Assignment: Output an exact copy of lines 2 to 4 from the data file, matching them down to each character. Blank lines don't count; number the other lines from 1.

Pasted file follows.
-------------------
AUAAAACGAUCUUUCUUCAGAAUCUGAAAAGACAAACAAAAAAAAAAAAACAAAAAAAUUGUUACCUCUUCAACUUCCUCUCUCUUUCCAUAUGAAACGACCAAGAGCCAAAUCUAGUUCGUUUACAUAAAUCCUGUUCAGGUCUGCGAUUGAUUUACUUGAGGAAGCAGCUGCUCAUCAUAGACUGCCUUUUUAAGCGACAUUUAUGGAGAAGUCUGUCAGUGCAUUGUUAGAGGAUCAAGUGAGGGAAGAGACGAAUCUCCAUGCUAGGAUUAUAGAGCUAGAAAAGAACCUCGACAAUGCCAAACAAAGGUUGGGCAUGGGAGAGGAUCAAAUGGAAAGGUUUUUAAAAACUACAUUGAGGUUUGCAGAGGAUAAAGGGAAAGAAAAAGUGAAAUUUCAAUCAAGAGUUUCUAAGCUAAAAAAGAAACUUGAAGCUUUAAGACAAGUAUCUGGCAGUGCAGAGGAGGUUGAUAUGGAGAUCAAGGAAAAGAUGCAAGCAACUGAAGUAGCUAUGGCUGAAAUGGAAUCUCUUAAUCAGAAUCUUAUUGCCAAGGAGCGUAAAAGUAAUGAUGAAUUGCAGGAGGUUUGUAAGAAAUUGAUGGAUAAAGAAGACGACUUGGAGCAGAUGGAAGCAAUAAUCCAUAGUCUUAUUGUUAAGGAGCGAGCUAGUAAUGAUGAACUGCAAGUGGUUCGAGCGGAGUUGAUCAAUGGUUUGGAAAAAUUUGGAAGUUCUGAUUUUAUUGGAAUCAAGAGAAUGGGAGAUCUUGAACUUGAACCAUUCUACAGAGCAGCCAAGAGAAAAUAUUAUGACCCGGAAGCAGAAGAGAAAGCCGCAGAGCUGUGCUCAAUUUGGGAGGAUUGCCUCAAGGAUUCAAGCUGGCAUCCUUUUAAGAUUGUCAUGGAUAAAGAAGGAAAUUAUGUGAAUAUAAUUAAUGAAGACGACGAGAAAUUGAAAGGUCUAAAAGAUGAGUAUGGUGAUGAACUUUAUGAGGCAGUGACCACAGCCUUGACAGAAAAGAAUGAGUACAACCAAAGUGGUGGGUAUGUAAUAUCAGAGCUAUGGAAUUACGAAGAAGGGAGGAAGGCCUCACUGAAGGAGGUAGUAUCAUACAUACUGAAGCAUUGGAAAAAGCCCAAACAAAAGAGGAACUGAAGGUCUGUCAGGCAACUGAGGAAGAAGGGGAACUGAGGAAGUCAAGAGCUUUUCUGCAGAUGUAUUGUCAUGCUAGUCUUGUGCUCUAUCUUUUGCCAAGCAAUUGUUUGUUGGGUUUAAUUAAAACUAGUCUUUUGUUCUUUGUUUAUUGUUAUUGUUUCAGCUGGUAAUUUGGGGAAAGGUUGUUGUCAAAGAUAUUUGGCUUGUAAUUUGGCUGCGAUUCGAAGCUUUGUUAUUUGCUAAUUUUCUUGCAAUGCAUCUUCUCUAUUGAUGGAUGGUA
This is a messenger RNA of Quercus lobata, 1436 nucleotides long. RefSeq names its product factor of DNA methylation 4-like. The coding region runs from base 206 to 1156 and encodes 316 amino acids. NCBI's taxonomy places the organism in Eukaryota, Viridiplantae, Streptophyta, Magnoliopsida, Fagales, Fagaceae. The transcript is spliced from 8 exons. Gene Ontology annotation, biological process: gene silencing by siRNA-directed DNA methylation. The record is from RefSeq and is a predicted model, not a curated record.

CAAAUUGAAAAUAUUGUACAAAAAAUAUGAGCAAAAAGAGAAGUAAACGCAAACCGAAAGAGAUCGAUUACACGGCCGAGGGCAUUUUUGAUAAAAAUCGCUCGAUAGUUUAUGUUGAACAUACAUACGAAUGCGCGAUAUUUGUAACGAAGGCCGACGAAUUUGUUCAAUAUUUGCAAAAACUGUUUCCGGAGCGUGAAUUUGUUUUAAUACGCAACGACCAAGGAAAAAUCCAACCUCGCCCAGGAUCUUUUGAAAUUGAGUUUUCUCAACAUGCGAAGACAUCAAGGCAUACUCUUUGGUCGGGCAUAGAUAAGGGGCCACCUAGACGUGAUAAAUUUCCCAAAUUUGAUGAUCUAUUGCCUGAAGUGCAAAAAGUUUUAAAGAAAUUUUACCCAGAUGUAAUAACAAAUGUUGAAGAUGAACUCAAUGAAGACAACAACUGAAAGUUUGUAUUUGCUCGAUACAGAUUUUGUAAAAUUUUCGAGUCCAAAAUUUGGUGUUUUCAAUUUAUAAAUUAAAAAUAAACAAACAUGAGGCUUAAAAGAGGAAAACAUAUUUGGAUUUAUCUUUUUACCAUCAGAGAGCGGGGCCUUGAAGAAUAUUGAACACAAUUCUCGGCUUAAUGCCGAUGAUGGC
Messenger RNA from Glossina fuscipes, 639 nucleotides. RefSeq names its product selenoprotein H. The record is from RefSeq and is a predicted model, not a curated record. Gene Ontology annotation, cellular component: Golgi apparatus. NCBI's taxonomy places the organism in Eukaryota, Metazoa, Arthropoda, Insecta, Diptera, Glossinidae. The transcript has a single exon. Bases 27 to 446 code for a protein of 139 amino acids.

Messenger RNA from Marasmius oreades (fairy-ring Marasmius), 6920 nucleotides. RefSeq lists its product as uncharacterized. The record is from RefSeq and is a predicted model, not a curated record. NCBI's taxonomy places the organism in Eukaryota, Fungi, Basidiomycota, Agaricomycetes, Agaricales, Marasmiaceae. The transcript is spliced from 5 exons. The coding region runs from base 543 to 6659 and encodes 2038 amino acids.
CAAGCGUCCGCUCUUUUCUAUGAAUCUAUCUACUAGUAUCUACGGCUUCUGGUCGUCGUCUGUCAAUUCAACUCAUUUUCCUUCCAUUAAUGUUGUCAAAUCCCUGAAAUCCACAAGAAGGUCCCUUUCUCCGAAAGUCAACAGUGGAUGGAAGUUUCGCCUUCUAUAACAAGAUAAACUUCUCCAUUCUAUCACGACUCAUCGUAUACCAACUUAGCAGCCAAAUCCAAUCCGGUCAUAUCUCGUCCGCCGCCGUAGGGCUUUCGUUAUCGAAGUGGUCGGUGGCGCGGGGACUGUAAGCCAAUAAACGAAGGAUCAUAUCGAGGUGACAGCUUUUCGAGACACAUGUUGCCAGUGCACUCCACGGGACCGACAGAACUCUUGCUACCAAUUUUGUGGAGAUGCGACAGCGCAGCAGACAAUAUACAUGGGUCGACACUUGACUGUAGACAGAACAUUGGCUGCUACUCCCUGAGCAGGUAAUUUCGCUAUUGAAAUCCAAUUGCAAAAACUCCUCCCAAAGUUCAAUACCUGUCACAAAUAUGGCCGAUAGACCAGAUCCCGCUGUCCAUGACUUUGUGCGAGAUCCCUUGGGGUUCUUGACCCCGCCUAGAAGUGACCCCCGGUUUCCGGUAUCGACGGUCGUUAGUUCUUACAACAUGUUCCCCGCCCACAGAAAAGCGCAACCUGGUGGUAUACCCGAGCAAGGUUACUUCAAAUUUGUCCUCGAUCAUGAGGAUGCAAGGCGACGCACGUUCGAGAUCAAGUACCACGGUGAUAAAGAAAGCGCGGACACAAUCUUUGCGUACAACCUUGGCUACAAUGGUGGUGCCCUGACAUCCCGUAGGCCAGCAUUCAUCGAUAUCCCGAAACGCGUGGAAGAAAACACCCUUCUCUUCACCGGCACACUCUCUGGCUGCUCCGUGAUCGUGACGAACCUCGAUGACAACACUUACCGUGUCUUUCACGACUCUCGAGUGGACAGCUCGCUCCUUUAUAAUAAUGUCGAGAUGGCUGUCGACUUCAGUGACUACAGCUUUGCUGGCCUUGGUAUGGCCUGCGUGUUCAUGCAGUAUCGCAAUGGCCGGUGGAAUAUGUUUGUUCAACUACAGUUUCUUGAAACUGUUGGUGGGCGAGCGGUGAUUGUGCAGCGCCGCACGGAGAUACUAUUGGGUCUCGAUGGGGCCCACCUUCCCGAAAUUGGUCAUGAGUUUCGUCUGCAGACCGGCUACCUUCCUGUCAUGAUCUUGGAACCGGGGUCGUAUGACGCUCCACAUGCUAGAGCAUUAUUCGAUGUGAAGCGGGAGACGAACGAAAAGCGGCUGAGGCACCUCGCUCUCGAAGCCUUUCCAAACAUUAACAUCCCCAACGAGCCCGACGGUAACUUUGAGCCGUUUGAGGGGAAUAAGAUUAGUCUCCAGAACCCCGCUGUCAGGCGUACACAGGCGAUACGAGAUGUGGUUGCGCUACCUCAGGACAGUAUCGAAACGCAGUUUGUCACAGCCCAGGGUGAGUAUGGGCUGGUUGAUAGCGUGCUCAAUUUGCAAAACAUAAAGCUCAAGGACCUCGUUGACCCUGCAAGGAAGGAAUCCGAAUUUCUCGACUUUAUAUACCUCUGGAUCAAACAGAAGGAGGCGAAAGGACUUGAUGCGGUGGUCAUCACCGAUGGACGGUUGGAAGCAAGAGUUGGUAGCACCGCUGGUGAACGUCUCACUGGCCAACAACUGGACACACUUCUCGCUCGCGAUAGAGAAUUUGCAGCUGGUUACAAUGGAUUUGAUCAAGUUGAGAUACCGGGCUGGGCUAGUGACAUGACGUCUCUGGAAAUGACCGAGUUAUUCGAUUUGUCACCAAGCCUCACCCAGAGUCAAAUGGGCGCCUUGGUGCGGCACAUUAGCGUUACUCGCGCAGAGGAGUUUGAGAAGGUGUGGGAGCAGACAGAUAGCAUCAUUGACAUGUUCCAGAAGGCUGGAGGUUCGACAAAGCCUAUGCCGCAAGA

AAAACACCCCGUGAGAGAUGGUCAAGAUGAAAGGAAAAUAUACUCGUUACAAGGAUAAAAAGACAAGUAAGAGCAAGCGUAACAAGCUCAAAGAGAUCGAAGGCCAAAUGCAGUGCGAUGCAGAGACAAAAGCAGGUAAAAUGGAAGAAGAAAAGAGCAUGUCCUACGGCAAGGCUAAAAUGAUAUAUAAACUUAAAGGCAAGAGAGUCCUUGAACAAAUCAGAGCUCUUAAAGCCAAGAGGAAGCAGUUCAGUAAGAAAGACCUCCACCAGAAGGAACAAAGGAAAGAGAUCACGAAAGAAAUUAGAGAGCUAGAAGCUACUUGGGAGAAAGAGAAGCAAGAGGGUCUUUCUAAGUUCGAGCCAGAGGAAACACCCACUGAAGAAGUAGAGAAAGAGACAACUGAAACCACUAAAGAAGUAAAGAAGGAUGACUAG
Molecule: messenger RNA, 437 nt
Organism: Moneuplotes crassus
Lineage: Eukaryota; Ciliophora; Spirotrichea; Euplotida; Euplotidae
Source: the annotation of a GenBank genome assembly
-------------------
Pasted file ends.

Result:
This is a messenger RNA of Quercus lobata, 1436 nucleotides long. RefSeq names its product factor of DNA methylation 4-like. The coding region runs from base 206 to 1156 and encodes 316 amino acids. NCBI's taxonomy places the organism in Eukaryota, Viridiplantae, Streptophyta, Magnoliopsida, Fagales, Fagaceae. The transcript is spliced from 8 exons. Gene Ontology annotation, biological process: gene silencing by siRNA-directed DNA methylation. The record is from RefSeq and is a predicted model, not a curated record.

CAAAUUGAAAAUAUUGUACAAAAAAUAUGAGCAAAAAGAGAAGUAAACGCAAACCGAAAGAGAUCGAUUACACGGCCGAGGGCAUUUUUGAUAAAAAUCGCUCGAUAGUUUAUGUUGAACAUACAUACGAAUGCGCGAUAUUUGUAACGAAGGCCGACGAAUUUGUUCAAUAUUUGCAAAAACUGUUUCCGGAGCGUGAAUUUGUUUUAAUACGCAACGACCAAGGAAAAAUCCAACCUCGCCCAGGAUCUUUUGAAAUUGAGUUUUCUCAACAUGCGAAGACAUCAAGGCAUACUCUUUGGUCGGGCAUAGAUAAGGGGCCACCUAGACGUGAUAAAUUUCCCAAAUUUGAUGAUCUAUUGCCUGAAGUGCAAAAAGUUUUAAAGAAAUUUUACCCAGAUGUAAUAACAAAUGUUGAAGAUGAACUCAAUGAAGACAACAACUGAAAGUUUGUAUUUGCUCGAUACAGAUUUUGUAAAAUUUUCGAGUCCAAAAUUUGGUGUUUUCAAUUUAUAAAUUAAAAAUAAACAAACAUGAGGCUUAAAAGAGGAAAACAUAUUUGGAUUUAUCUUUUUACCAUCAGAGAGCGGGGCCUUGAAGAAUAUUGAACACAAUUCUCGGCUUAAUGCCGAUGAUGGC
Messenger RNA from Glossina fuscipes, 639 nucleotides. RefSeq names its product selenoprotein H. The record is from RefSeq and is a predicted model, not a curated record. Gene Ontology annotation, cellular component: Golgi apparatus. NCBI's taxonomy places the organism in Eukaryota, Metazoa, Arthropoda, Insecta, Diptera, Glossinidae. The transcript has a single exon. Bases 27 to 446 code for a protein of 139 amino acids.